Friday, May 22, 2020

Energy Drinks The Energy Drink - 1548 Words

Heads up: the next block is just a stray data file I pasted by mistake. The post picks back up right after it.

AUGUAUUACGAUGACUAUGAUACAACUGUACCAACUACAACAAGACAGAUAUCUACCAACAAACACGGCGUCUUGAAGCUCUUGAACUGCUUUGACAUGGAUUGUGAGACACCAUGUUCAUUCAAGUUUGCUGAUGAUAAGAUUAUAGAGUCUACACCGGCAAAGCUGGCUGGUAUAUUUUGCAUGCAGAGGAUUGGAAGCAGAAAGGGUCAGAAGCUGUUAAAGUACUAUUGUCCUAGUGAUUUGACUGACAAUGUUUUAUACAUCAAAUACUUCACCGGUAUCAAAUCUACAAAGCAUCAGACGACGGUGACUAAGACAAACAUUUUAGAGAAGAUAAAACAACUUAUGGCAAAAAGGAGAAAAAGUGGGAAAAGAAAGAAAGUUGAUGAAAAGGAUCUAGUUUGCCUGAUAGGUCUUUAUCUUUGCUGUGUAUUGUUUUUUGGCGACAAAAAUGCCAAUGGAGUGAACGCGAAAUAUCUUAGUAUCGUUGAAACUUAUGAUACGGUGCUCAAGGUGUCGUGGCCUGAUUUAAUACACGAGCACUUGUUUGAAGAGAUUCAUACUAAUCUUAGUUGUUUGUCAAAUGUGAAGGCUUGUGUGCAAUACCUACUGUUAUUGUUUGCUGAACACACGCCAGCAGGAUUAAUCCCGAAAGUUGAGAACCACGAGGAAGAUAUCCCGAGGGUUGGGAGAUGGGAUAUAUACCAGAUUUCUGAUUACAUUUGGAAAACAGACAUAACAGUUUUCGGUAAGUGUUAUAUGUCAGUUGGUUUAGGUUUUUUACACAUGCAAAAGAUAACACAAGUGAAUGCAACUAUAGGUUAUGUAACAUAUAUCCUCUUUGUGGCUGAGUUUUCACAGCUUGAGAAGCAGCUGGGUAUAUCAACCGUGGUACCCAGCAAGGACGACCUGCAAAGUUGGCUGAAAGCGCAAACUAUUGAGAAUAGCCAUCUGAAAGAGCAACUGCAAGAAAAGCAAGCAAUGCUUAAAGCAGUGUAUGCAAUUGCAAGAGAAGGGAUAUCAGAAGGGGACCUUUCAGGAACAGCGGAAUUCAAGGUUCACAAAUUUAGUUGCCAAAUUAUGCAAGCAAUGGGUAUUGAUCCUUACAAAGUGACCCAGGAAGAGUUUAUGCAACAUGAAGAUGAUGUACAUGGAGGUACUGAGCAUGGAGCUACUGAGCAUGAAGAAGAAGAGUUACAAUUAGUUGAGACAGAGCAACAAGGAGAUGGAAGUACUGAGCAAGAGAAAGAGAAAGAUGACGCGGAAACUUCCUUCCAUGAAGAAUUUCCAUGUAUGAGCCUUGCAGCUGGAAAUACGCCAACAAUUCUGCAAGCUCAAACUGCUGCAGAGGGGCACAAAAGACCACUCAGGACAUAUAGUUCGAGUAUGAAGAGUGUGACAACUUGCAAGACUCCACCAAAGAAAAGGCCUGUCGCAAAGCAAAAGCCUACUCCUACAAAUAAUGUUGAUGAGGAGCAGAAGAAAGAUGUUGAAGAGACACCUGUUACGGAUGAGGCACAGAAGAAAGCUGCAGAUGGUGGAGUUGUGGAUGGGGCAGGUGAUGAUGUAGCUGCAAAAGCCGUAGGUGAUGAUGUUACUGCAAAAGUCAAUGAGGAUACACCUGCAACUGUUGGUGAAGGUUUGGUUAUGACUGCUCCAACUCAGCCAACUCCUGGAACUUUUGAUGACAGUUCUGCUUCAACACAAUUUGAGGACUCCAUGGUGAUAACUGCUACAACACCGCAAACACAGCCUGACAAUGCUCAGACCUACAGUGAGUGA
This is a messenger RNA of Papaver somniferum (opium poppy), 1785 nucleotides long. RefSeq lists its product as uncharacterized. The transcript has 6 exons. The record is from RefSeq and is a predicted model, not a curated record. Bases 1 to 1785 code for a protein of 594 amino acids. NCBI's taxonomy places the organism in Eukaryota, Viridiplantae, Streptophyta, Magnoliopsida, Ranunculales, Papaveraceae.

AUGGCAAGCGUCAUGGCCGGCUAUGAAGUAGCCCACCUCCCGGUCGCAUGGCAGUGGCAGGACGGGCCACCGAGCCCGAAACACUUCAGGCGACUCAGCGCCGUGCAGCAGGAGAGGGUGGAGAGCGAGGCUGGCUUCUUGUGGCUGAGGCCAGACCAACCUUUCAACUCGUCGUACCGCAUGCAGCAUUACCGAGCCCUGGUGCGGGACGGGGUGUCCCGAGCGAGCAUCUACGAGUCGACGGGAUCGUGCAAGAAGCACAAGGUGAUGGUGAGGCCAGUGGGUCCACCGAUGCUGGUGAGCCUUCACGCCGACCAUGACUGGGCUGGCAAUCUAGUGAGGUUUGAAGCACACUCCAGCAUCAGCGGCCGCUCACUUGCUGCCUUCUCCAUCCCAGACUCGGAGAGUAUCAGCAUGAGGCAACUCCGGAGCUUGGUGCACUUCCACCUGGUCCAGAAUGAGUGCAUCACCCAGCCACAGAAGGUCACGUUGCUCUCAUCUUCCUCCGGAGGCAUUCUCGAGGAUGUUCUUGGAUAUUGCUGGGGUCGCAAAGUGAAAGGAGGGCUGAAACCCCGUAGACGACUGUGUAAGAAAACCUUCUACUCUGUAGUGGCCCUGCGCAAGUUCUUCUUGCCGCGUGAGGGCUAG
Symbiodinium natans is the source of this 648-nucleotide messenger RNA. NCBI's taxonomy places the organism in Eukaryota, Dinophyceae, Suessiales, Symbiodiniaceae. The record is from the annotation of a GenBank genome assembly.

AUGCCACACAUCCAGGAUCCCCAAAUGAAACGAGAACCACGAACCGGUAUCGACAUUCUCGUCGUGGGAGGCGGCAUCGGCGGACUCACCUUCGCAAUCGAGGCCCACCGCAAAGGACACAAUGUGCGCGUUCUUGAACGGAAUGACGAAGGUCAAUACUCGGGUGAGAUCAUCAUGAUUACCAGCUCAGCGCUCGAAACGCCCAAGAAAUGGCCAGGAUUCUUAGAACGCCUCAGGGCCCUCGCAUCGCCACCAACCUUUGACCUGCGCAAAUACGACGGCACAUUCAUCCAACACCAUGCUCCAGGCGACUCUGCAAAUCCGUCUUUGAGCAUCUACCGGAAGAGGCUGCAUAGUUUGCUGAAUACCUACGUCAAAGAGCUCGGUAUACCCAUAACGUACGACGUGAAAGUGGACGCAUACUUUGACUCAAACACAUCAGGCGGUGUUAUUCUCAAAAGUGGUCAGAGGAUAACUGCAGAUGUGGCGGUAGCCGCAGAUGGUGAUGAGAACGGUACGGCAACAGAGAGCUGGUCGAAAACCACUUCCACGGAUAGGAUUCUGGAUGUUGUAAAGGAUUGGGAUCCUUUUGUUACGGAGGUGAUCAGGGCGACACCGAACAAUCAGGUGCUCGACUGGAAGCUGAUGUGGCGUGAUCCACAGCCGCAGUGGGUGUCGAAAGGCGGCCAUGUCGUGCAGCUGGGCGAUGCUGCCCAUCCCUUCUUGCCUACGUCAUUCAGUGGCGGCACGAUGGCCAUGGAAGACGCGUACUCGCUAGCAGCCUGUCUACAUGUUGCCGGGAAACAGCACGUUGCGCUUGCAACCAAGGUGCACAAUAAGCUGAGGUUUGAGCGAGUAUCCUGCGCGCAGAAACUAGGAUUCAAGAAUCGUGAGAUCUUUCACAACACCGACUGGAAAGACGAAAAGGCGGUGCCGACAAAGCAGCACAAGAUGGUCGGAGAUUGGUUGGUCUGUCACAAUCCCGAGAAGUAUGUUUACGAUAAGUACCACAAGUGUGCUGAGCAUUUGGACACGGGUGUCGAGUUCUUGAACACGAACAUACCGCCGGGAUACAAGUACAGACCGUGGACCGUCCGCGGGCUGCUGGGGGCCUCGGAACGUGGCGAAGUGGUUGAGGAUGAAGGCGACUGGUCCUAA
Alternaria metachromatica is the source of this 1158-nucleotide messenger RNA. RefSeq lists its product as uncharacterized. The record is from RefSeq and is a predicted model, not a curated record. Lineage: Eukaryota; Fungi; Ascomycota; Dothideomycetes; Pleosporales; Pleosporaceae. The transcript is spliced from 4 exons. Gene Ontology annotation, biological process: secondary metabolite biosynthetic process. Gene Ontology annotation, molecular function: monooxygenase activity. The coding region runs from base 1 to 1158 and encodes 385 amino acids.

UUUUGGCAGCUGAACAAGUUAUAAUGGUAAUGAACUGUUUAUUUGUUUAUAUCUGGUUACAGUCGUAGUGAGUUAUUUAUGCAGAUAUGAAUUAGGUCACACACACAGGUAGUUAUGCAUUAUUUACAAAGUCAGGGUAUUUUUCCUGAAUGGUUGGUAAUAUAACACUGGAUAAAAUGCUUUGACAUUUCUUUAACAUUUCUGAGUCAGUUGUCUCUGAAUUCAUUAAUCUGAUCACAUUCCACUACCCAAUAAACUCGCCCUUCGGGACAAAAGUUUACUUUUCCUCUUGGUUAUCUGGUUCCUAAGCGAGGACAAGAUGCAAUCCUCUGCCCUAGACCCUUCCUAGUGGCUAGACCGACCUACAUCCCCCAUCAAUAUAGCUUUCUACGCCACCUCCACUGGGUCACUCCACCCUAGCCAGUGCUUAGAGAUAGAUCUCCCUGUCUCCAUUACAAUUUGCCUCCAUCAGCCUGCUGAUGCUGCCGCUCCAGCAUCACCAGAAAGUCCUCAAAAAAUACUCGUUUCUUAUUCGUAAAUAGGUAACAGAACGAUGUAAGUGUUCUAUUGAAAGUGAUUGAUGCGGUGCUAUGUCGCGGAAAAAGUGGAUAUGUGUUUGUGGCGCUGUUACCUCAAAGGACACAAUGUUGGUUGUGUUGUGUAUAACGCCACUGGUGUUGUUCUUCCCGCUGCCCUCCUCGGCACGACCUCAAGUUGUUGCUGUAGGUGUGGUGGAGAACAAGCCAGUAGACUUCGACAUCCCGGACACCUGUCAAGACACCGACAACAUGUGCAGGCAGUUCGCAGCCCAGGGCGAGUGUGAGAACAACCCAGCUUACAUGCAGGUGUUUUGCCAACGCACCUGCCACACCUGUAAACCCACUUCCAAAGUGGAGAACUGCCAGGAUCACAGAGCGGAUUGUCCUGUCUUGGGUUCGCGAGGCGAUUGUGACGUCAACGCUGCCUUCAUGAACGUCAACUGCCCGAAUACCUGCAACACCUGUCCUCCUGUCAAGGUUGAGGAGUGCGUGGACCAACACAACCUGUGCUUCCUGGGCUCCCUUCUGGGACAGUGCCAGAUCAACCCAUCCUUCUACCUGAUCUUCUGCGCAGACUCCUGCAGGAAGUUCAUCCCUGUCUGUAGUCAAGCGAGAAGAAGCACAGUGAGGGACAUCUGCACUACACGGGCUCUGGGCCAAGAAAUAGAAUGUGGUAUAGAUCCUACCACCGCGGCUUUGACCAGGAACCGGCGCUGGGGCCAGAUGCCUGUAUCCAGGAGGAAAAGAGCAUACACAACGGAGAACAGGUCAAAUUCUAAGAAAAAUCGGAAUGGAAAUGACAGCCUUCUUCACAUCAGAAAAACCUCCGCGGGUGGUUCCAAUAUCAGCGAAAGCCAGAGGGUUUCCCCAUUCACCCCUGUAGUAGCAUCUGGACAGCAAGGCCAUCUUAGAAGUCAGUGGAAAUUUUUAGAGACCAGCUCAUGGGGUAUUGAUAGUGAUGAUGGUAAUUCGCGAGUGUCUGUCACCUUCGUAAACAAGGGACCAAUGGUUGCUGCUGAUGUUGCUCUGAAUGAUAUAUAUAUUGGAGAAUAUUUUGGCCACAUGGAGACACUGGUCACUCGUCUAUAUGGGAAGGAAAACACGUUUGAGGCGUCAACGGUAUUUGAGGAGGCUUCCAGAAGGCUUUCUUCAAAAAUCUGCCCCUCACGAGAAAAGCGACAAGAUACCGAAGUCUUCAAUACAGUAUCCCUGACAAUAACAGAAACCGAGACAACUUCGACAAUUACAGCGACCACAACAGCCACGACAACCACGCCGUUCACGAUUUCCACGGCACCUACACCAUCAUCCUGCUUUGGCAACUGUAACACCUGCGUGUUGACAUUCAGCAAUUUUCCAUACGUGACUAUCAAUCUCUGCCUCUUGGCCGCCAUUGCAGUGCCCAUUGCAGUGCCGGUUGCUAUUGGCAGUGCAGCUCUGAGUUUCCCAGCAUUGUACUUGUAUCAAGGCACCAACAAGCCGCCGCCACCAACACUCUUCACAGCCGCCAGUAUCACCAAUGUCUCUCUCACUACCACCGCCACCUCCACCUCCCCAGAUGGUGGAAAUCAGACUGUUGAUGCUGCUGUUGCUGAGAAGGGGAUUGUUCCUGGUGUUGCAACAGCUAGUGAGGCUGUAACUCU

Monster Energy Drink Over the years, energy drinks have been a phenomenon. Since 1997, when Red Bull became a sensation, the consumption of energy drinks has been at an all-time high. Currently, the energy drinks is a billion dollar market, with the U.S sales of Red Bull and Monster beverages totaling 4.5 billion dollars in 2016 (Statista, 2017). Other energy drinks in the market include Rock Star, Cocaine, Amp, Full Throttle, and Rip It. Generally, Malinauskas, Aeby, Overton, Carpenter-Aeby, and Barber-Heidal (2007) note, â€Å"A number of energy drinks are designed to give the consumer a â€Å"jolt† of energy provided by the combination of stimulants and â€Å"energy boosters†, including caffeine, herbal extracts such as guarana, ginseng, and ginkgo†¦show more content†¦The sugar content in the energy drink is estimated to range between 21g to 34g per 8 oz. Thirdly, there is taurine. Taurine is one of the most common types of amino acids that are found in the body. It is critica l in the process of regulating the level of water and body minerals. Further, it is essential in supporting the proper development of the brains and the enhancement of athletic performance (Meeusen, 2014). The amount of taurine that is often consumed in the energy drinks is higher than those obtained naturally from the normal diet such as seafood, meat, and milk. Other ingredients that are frequently applied in the production of the Monster energy drink include ginseng and vitamins, especially B, and other additives. Target Audience of the Monster Beverage The main target audience of the energy drink is athletes, male teenagers, and younger adults’ belief of enhanced energy levels, and as a result, more companies develop and market the energy drink to this segment. Too, this is noted by Harris and Munsell (2015) who state that energy drinks are targeted to youth between 18 and 34 years. Also, it is noteworthy to state that athletes form a substantial percentage of the consumers of the drink (Vartanian, Schwartz, Brownell, 2007). In marketing to this segment, there is a belief that the contents of the drinks suit the needs and interest of the athletes due to their capacity to boost performance. Even though the marketing is skewedShow MoreRelatedEnergy Drinks1798 Words   |  8 Pagesquickly it could all slip away. His display of more than 200 energy drinks represents the success he s earned in an industry that s more likely to send intrepid entrepreneurs into bankruptcy than into Donald Trump s tax bracket. About 80 percent of these are gone, he says proudly. Most energy drinks fail in six months. Benedict is the founder, owner and CEO of Greensboro-based Source Beverages, a thriving energy drink company with expected revenues of $2 million this year and distributionRead MoreEnergy Drinks2397 Words   |  10 PagesISLS 4301 - Section 5 Energy Drinks Research By: Maram Balubaid, Rahmah Bukhary, Sara Al Akel, Haifa Al Akel and Basma Salah Energy drinks Energy drinks are drinks that don’t contain alcohol, and often lightly carbonated. They are designed to give the drinker a burst of energy by adding of a number of ingredients, most notably caffeine. They are mostly found in grocery stores, corner stores and gas stations, usually displayed beside the soft drinks, juices and sports drinks. The study, publishedRead MoreSports Drinks And Energy Drinks711 Words   |  3 Pagesadvertisement sports drinks and energy drinks claim they can do it all like weight loss, improve endurance, and develop better concentration. The question posed is do either sports drinks or energy drinks really do what they claim to do, and if so which one works best? First off, sports drinks and energy drinks may overlap however, they are not the same thing. Sports drinks such as Gatorade and PowerAde have been popular with athletes for decades. Historically sports drinks were specifically createdRead MoreEnergy Drinks Essay1231 Words   |  5 Pageshave a substantial lack of energy. Usually people who do not take care of themselves tend to eventually get more tired by mid-day and as their day goes on. A simple solution would be to go to bed earlier and eat better foods. However, our society has become very lazy, obese, and have started to take the easy way out over the years. Instead of eating better and trying to get more sleep, people drink energy drinks as an easy and fast way to get a boost of energy. Energy drinks have been around since theRead MoreThe Problem Of Energy Drinks Essay1300 Words   |  6 Pagesawake. Energy drinks have many untested contents within the drink that aren’t tested or regulated by the U.S. Food and Drug Administration, deeming it unsafe for consumption. The FDA needs to test the effects of the combined contents of an energy drink and draft regulations so that the public can make more informed decisions about its consumption. Energy drinks have undeniably meshed into the subculture of any US college campus. College students who consume copious amounts of energy drinks claimRead MoreEffects of Energy Drinks1114 Words   |  5 PagesAre Energy Drinks Safe? Whether it is a long night studying or just not ready for the day, college students choose to drink energy drinks to get full energy. These highly caffeinated drinks come with stimulating names such as Red Bull, Monster, Full Throttle, or Rockstar. Although these drinks are marketed as a healthful stimulant, consumers should be aware of the potential side effects, as they can be very harmful to one’s health. Energy drinks are beverages whose producers advertise thatRead MoreThe Consumption Of Energy Drinks1538 Words   |  7 PagesReality is most Americans have consumed an energy drink or at least know what energy drinks are. Their popularity on the rise energy drinks such as Red Bull and Monster are the hottest-selling component of the beverage industry, but experts in the medical field are warning the population about the possible health hazards they pose and demanding for better regulation. The highest consumers of energy drinks are adolescents and they are mostly likely to abuse the consumption of the beverage. With theRead MoreEnergy Drinks Market1705 Words   |  7 Pageshow the Energy Drink market is segmented according to demographic, geographic, psychographic and behavioral variables. The Energy Drink industry which is dominated by Red Bull and V energy drinks is worth 151 million dollars and is growing by 47% per year. Energy drinks is the fastest growing category in the sof t drink market. I have chosen three different companies in this report to analysis which segments they target, Powerade, Red Bull and Coca Cola. Red Bull is the market leader in energy drinksRead MoreThe Market For Energy Drink950 Words   |  4 Pagesfor energy drink has continually been questioned about it health concern. A company can benefit by introducing a healthier option to get energy and have a more active day. When energy drinks first came on the scene they exploded like a new phenomenon, which made consumer feel like new-elevated being. Companies like red bull and rock star brought slogan that increased the energy drinks popularity and made it into a billion dollar industry. With all the scrutiny that has been attacking energy drinksRead MoreEnergy Drinks Market1259 Words   |  6 PagesEnergy Drinks - Red Bull What are energy drinks? Cola and coffee drinks have long been promoted and known as energy drinks - meant to give you a little pick me up, mostly in the form of caffeine and sugar. Jolt Cola in the 80s was one of the early entries in the energy drink market, with double the caffeine of normal colas, it was marketed towards teens and college students as a way to get an energy edge and keep you awake and energized. Their slogan, in fact, was twice the caffeine. Jolt